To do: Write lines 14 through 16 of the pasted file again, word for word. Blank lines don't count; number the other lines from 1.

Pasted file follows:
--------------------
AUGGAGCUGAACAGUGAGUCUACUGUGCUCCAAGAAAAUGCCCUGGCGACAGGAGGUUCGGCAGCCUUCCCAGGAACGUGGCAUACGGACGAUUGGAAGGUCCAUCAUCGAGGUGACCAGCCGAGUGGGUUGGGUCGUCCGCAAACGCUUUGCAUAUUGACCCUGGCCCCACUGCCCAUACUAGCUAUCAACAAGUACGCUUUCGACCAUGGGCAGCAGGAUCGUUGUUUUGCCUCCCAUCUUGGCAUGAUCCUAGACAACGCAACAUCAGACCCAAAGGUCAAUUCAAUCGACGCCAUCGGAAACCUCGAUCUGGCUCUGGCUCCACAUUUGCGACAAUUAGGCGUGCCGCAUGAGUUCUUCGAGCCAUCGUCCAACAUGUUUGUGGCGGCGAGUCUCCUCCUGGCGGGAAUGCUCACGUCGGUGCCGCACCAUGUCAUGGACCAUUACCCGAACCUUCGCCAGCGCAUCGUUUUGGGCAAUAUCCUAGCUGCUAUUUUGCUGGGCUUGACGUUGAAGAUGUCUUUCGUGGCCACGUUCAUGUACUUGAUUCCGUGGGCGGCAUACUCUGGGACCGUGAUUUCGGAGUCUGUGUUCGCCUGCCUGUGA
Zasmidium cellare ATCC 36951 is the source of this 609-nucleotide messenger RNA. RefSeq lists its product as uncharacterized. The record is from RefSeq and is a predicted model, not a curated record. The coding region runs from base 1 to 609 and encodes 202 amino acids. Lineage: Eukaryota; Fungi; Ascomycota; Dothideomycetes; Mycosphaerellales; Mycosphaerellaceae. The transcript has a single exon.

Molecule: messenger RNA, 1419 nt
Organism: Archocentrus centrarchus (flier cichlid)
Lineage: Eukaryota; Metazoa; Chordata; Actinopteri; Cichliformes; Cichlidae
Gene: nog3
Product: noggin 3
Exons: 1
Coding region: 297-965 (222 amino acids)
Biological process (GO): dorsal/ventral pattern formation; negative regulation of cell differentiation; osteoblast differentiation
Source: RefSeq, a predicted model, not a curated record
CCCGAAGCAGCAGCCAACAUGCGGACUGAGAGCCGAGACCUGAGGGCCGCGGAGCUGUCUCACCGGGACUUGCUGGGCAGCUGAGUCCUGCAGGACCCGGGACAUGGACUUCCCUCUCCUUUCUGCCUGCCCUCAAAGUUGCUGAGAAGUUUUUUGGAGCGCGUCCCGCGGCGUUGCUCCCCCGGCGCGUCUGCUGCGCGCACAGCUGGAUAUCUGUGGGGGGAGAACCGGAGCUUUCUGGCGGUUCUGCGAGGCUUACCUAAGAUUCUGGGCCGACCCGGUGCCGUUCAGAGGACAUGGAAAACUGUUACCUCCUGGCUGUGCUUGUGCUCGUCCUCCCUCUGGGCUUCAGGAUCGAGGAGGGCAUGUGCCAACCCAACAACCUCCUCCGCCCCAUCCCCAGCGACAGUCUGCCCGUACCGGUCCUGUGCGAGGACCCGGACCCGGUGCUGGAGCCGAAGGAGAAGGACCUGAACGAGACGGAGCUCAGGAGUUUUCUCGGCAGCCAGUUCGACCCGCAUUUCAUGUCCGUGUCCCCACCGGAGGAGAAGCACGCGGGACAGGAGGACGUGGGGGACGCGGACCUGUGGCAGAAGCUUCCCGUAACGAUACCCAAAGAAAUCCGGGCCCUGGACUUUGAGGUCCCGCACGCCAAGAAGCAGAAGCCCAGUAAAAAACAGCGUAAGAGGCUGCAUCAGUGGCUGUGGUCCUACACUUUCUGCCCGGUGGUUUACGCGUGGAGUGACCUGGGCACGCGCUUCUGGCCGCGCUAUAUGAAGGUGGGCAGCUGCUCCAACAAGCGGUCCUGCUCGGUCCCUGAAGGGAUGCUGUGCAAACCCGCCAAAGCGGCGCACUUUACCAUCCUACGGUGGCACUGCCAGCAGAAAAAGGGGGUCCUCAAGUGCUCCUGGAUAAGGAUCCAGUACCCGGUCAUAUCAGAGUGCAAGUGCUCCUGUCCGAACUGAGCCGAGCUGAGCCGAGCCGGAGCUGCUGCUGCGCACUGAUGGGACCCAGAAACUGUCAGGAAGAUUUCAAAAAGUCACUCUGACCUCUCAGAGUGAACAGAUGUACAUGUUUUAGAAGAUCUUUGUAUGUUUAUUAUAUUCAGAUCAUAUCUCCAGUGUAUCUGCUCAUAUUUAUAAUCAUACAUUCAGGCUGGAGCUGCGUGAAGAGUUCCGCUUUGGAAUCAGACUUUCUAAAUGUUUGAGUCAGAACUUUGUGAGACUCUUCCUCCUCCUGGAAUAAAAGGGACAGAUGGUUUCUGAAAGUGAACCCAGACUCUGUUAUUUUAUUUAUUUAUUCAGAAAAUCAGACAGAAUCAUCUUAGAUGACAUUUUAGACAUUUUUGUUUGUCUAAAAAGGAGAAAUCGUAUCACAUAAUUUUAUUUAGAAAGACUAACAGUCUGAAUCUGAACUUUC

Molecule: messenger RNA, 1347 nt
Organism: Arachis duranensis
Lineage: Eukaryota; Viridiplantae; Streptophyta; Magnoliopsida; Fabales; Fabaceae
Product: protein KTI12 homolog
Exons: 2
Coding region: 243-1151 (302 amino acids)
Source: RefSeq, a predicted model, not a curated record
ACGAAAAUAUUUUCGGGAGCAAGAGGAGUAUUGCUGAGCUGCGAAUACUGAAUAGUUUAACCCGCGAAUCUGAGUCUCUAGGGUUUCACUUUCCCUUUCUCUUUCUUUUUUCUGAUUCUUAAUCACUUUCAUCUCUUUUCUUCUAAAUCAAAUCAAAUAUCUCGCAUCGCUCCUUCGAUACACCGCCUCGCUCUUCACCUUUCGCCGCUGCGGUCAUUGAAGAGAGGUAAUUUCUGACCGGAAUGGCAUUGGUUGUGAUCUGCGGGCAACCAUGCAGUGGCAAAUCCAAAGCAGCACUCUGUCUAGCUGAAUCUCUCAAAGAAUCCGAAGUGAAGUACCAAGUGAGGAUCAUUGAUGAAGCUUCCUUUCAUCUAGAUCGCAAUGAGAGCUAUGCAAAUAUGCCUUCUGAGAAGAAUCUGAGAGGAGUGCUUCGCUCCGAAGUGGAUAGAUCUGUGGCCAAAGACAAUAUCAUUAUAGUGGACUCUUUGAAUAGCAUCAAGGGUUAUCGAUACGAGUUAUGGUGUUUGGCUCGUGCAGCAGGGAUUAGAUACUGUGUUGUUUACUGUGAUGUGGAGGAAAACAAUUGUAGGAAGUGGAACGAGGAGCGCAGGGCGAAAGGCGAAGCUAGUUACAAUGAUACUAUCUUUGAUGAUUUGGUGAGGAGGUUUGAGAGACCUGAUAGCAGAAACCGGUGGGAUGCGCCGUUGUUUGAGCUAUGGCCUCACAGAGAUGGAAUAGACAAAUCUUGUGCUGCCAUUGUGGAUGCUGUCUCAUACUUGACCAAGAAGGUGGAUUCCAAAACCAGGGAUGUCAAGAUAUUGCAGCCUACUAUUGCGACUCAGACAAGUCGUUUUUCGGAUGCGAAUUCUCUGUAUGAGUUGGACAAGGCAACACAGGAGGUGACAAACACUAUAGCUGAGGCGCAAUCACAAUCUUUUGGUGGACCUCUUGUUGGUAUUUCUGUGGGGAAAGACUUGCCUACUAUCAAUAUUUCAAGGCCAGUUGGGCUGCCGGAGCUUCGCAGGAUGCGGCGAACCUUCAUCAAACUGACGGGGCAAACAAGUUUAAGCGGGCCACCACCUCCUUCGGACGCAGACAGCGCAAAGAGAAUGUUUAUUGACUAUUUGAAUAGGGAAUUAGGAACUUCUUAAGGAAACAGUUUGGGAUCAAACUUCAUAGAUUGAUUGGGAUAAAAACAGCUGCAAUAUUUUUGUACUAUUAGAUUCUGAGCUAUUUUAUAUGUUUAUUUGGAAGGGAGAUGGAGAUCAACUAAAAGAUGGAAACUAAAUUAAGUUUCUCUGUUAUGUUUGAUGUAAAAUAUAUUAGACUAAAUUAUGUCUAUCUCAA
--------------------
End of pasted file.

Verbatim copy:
Organism: Arachis duranensis
Lineage: Eukaryota; Viridiplantae; Streptophyta; Magnoliopsida; Fabales; Fabaceae
Product: protein KTI12 homolog